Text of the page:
Written by: Mikaela Ferguson; This post is part four of the series Great Canadian Road Trip. Feature photo by Albert Normandin, taken from HelloBC.
Here’s a quick recap of where we’ve been so far. In part one, we left from Toronto and drove north over Lake Superior, seeing three national parks: Bruce Peninsula, Georgian Bay Islands and Pukaskwa National Park.
In part two, we drove across the prairies to the Rocky Mountains, visiting Riding Mountain, Grasslands, Waterton Lakes, Elk Island, Banff, Yoho and Kootenay.
Finally, in part three, we visited Glacier and Mount Revelstoke national parks and then drove north to Kluane National Park in the Yukon, after passing through Jasper and Gwaii Haanas. We then drove south over two days to reach Vancouver.
I mentioned in part three that if you don’t have the time or funds to go to Yukon, you can keep south (see map below) and drive directly to Vancouver (F) after Mount Revelstoke National Park (D). This drive on its own is beautiful (my parents are doing it this summer). I’d still recommend taking a little extra time to visit Jasper National Park (B) because the park is so beautiful and a Canadian classic.
This drive takes you through the Okanagan Valley. The soil in the valley is so fertile that an abundance of fruit and veggies is grown there (that includes grapes, so if you like wine, the Okanagan Valley is not to be missed). The valley is dry and sunny with picturesque lakes and rolling hills in view. Make a stop in Kelowna (E) where there are wine festivals and other fun events in the summer if that’s something you’re interested in.
Ah Vancouver. This is one of my favourite cities in the world. I’m realizing now that I have too many recommendations in the city for this post, so I’ll highlight a few and refer you to another post solely focused on Vancouver. First, you’ll want to visit Stanley Park.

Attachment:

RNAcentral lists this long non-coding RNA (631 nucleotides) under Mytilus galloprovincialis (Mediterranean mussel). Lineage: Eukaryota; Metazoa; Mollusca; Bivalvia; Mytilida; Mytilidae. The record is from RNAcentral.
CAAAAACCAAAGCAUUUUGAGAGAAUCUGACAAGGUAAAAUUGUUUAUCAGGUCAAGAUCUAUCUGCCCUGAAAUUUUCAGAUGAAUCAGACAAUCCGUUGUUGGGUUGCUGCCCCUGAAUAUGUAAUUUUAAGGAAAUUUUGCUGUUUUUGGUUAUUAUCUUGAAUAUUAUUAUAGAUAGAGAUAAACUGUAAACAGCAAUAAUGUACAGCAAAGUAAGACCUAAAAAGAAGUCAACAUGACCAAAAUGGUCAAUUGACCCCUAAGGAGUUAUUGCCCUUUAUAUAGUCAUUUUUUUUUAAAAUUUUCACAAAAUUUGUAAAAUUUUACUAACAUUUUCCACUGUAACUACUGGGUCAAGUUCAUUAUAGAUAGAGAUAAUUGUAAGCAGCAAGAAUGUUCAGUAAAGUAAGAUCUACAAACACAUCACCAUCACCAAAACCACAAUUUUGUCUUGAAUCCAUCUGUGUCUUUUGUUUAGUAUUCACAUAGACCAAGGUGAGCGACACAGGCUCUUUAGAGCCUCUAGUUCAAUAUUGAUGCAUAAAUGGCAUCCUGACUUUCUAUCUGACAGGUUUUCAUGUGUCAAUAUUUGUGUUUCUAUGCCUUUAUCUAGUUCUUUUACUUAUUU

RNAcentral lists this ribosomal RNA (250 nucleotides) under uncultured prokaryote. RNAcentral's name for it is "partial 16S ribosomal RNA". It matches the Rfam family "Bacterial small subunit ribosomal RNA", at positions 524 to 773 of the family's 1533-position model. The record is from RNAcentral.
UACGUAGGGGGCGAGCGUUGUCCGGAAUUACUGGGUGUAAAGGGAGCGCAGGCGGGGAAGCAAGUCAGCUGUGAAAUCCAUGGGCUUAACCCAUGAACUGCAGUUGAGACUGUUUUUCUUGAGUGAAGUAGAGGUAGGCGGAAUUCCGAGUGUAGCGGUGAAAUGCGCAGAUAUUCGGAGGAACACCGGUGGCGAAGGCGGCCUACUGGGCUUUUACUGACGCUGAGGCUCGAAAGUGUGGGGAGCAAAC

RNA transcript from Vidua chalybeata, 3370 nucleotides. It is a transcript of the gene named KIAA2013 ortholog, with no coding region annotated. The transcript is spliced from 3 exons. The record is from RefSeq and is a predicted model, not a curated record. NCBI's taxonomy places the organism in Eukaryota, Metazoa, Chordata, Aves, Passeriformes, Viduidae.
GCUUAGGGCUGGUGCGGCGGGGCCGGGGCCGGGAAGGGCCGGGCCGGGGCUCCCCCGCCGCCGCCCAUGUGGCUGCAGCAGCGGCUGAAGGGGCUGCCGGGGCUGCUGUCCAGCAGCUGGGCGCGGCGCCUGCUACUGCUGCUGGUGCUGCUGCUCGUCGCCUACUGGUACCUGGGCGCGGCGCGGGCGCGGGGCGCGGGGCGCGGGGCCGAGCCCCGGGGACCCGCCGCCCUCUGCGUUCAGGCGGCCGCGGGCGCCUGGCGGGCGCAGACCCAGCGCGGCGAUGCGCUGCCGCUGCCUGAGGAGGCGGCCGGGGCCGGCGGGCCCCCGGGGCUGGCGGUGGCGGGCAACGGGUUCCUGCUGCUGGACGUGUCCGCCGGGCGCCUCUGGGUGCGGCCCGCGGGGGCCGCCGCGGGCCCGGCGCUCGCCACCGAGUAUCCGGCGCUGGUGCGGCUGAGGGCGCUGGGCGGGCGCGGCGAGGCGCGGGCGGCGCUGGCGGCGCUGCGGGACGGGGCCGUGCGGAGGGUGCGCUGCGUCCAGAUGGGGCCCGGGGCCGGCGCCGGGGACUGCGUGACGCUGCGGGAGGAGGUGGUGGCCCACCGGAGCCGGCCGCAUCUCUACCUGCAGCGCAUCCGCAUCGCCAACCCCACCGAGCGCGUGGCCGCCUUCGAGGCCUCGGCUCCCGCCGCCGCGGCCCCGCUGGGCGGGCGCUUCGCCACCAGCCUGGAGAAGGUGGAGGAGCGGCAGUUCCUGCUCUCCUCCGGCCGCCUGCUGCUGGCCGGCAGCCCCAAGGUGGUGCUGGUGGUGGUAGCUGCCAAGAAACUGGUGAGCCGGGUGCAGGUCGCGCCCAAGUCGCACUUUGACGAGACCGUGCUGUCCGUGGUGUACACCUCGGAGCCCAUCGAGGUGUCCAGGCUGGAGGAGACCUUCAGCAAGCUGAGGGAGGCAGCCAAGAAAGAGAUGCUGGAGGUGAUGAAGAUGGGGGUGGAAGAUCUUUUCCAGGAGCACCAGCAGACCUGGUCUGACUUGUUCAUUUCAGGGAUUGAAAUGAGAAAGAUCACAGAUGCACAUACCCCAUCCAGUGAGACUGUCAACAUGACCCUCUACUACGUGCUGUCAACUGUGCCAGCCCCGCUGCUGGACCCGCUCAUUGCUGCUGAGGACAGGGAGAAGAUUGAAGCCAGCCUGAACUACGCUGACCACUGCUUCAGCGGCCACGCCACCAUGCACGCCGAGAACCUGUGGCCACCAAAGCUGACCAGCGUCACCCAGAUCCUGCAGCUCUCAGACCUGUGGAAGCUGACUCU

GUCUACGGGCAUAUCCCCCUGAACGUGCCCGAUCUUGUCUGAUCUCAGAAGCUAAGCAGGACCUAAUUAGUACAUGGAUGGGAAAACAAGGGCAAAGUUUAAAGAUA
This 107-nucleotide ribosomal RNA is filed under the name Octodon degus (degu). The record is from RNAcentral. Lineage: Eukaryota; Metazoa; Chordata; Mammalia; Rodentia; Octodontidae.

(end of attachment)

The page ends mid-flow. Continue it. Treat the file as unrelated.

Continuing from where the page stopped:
Situated on a peninsula between downtown and North Van, Stanley Park is like a little taste of rainforest in the middle of the city. You can walk around the peninsula via the Sea Wall to get great ocean views.
Another thing to do is check out Capilano or Lynn Valley suspension bridges. You can walk through the rainforest and over mountain streams.
Or, leave Vancouver and drive 25 km north to catch a ferry to Bowen Island.
After spending some time in Vancouver, get back in the car for the road trip to continue to Vancouver Island.
Pacific Rim National Park (B) is a three hour drive from Nanaimo with options for car camping at Long Beach (C) or you can take a boat to a backcountry campsite on one of the seven Broken Group Islands. The park has a lot of short hikes (less than 3 km) that take you through the rainforest or to the beach, but the real gem is the water. There are places to rent equipment for surfing and kayaking, both of which are great activities in this area. The water is cold, but with a wet suit it is a fun experience!
Alternatively, Tofino (D) is quick drive from Long Beach (C) and offers a similar environment, but also has quaint shops, restaurants and B&Bs. It’s popping with surfer-dudes and has a lively atmosphere.
Finally, if you’re interested in visiting the capital of British Columbia, you end your time on Vancouver Island by passing through Nanaimo (A) and heading to Victoria (E). I don’t know much about Victoria, but I hear it’s a pretty city with things to do. However, I’d rather dedicate those days to extending my time in other areas of the trip (specifically Gwaii Haanas and Kluane national parks), so I don’t think I’d personally stop there.
At this point, take the ferry back to Vancouver and this leg of the road trip is done! What you do next depends on where you come from and where you’re going. If you drove your own vehicle out from Toronto, you could drive back through the states. If you’ve flown into Canada from south or overseas and rented a vehicle, this would be a good place to catch a flight home.
But what about the east of Canada? When I wrote part 1, I had us start in Toronto (because that’s the most central location) and went west, as this could be a stand alone road trip. But it wouldn’t be the Great Canadian Road Trip if we neglected the east! In my next post I’ll start in Toronto and head east, which could also be a stand alone road trip. If you’re super keen and looking to do ALL of Canada, you can combine the two. This is all for another post though. Stay tuned for more!
If you’ve done a trip across Canada and have ideas/insights/suggestions, leave a comment! I’m always updating my resources and love hearing about other people’s trips!